Thursday, September 23, 2010

Odd First Sentences

When I read my title, I was reminded of the Stephen Wright joke, "I got in a terrible fight at the roulette table with the croupier over what I considered to be an odd number." (It occurred to me as I read the title that all 1st sentences are odd--literally.)

OK, so I'm reading an article in American Rifleman (not mine, someone left it laying around at work) and the opening sentence is "It's surprising how many of our most useful and reliable cartridges started in the military."

You gotta wonder what is so surprising about that. I don't know much about guns and ammo, but if you came to me and said you needed something good in that line and asked my opinion about where to go, I'd probably come up with "See the Army." That's what they do, they shoot at people and they try to do it accurately and with great effect. They should know.

About 35 years ago I picked up a copy of my company's employee newsletter, and there was an article profiling one of the employees. Its opening line was "Bill certainly fits the mold of 'he's one of a kind.'" If he's one of a kind, why is there a mold? The sad part is that we were a manufacturing company, you'd think we would understand the concept of a mold.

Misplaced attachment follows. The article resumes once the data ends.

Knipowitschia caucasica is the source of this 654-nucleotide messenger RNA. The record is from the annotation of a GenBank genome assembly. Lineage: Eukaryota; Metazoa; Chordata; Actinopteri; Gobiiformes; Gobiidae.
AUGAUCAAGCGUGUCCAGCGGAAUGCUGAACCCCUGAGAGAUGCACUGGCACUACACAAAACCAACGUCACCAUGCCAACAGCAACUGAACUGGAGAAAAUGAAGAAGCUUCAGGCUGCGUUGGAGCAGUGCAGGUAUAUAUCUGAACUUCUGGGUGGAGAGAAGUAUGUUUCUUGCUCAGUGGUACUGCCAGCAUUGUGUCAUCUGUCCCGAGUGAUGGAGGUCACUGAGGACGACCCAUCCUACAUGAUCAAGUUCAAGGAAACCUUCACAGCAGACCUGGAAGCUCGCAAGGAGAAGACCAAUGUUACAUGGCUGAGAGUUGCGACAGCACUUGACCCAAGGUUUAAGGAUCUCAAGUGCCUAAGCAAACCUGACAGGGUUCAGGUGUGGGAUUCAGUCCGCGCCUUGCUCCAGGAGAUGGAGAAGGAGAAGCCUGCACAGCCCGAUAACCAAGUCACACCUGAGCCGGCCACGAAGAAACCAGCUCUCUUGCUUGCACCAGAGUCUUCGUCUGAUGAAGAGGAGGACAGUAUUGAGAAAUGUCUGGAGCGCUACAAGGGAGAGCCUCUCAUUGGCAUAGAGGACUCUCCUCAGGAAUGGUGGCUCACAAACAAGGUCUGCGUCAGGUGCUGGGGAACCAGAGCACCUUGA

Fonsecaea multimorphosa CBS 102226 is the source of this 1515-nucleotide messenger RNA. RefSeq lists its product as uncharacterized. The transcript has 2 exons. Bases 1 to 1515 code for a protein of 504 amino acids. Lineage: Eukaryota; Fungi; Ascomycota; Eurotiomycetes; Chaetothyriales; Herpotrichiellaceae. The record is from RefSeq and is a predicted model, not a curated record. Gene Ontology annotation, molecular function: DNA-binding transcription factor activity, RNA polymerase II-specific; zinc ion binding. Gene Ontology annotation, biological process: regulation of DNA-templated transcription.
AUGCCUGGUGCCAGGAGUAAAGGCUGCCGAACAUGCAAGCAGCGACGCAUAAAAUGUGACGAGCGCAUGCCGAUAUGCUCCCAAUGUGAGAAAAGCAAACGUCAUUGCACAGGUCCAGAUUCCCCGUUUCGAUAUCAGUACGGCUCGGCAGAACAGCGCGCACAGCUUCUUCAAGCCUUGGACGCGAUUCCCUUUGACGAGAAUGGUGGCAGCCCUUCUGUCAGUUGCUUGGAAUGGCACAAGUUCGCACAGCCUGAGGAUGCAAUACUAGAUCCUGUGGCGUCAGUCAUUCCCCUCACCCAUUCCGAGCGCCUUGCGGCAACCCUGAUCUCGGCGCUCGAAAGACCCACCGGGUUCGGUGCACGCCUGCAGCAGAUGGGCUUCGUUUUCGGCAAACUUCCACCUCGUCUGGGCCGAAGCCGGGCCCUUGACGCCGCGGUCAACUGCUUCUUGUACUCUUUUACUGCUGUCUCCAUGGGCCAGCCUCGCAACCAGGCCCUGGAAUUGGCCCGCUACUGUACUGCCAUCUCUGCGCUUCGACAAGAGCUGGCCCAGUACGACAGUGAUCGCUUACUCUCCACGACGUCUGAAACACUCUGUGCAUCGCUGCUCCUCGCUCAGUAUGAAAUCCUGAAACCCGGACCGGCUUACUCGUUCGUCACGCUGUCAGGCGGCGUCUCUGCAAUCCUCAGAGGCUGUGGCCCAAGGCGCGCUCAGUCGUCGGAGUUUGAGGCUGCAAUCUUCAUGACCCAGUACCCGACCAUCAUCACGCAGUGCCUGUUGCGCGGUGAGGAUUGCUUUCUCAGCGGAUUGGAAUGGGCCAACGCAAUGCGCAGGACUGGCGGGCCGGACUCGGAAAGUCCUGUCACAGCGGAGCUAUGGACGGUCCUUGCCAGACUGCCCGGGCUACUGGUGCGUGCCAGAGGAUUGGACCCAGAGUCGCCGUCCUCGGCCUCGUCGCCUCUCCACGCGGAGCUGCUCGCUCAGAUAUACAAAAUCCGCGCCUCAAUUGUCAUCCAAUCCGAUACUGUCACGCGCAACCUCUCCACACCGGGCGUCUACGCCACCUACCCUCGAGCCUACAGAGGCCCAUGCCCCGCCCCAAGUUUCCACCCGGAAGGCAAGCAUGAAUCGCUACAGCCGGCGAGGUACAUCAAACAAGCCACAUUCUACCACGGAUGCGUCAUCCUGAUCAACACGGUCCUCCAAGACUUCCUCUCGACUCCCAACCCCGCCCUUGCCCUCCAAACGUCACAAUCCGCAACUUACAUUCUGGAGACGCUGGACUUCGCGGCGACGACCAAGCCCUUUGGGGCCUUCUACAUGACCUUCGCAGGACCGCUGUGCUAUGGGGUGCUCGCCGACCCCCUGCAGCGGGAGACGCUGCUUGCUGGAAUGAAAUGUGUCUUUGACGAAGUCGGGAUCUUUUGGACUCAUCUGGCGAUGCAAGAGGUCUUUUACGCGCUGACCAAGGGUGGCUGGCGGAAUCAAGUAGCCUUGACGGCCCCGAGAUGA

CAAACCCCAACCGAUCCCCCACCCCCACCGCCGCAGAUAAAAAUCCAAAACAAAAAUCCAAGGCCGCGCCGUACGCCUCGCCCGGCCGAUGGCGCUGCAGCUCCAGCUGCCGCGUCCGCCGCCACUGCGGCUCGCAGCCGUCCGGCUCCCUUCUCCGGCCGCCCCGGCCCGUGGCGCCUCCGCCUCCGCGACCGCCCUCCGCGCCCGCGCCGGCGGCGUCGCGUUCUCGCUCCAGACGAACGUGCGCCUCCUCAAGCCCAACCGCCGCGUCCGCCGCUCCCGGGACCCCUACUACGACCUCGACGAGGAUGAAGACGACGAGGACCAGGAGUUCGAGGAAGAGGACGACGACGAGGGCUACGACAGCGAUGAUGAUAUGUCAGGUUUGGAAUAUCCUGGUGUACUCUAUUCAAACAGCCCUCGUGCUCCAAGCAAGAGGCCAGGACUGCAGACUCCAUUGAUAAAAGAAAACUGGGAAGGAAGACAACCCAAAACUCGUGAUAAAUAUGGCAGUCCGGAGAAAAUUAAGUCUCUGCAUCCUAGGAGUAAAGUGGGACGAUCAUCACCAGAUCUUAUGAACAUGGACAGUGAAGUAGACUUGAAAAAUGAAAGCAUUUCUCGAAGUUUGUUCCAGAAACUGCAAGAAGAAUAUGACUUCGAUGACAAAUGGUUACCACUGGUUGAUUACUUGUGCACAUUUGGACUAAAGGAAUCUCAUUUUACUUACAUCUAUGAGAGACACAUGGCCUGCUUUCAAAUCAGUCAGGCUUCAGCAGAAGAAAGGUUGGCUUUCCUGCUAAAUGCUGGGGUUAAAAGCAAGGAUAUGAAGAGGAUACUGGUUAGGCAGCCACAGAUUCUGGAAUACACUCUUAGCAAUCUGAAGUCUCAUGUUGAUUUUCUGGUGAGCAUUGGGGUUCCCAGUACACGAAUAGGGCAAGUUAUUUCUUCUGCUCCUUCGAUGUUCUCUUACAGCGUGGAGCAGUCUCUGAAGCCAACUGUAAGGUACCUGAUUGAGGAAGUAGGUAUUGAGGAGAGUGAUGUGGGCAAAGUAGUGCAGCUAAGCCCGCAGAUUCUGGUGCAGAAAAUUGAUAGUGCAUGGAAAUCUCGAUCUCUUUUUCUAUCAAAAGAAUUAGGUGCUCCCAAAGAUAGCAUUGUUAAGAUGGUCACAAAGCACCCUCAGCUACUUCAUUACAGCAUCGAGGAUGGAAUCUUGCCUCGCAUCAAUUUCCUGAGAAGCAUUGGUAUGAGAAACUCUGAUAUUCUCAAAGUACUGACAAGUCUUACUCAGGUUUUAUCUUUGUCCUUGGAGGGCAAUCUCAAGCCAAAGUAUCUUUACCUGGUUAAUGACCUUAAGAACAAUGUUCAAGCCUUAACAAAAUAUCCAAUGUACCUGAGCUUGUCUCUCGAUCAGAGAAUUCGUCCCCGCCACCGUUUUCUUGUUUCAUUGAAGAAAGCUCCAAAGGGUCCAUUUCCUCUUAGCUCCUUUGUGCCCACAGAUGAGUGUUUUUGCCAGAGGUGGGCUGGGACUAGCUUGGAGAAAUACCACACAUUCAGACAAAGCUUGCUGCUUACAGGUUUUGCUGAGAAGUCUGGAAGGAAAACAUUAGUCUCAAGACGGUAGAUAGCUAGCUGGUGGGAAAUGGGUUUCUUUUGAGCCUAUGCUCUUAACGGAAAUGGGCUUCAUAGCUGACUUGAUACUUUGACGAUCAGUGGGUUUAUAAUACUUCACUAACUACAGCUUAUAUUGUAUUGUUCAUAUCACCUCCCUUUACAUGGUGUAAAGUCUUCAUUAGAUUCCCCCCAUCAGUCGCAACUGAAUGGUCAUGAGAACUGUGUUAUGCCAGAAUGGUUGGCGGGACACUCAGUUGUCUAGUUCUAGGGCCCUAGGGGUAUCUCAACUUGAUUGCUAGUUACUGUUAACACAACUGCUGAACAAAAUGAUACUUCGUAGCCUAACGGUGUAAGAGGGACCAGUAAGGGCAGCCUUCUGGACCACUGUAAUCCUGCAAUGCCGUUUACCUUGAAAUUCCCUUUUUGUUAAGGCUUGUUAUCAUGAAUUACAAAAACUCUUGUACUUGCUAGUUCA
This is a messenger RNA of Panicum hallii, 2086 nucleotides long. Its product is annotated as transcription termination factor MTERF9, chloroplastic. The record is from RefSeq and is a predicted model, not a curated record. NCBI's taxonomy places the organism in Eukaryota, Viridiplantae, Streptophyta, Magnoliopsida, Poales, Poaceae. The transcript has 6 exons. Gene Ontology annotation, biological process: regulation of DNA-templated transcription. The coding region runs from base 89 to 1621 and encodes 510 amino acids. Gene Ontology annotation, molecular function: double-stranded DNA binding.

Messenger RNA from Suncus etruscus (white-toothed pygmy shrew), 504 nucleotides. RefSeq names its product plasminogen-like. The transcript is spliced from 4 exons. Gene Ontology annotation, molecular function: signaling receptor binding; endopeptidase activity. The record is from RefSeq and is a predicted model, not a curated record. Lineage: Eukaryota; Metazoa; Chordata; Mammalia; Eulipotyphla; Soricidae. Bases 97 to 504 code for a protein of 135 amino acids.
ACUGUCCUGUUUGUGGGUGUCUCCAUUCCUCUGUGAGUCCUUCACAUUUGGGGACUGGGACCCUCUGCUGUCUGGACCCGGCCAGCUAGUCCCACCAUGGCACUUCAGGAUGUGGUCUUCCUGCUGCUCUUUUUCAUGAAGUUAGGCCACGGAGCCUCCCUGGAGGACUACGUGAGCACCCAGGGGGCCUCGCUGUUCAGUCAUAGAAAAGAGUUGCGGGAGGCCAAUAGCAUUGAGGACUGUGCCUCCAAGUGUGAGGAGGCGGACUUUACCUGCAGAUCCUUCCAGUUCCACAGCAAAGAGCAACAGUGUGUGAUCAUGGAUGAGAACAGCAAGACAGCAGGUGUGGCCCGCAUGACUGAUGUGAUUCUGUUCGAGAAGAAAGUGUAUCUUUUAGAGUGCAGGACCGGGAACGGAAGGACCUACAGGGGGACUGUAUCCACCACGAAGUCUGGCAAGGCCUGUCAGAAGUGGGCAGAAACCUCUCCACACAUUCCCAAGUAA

And now a bit of a bonus, the original line that inspired the Bulwer-Lytton award:
"It was a dark and stormy night; the rain fell in torrents--except at occasional intervals, when it was checked by a violent gust of wind which swept up the streets (for it is in London that our scene lies), rattling along the housetops, and fiercely agitating the scanty flame of the lamps that struggled against the darkness."

 --Edward George Bulwer-Lytton, Paul Clifford (1830)

Note that its claim to infamy has more to do with the length and rambling nature, not the inherent badness of its oft abbreviated version, "It was a dark and stormy night." Had he left it at that, I think it would have been right up there with "Call me Ishmael." Hmmmm. Maybe I'll do a sequel to Moby Dick from the perspective of his girlfriend. Opening line: "Call me, Ishmael." (Apologies to Lynne Truss)

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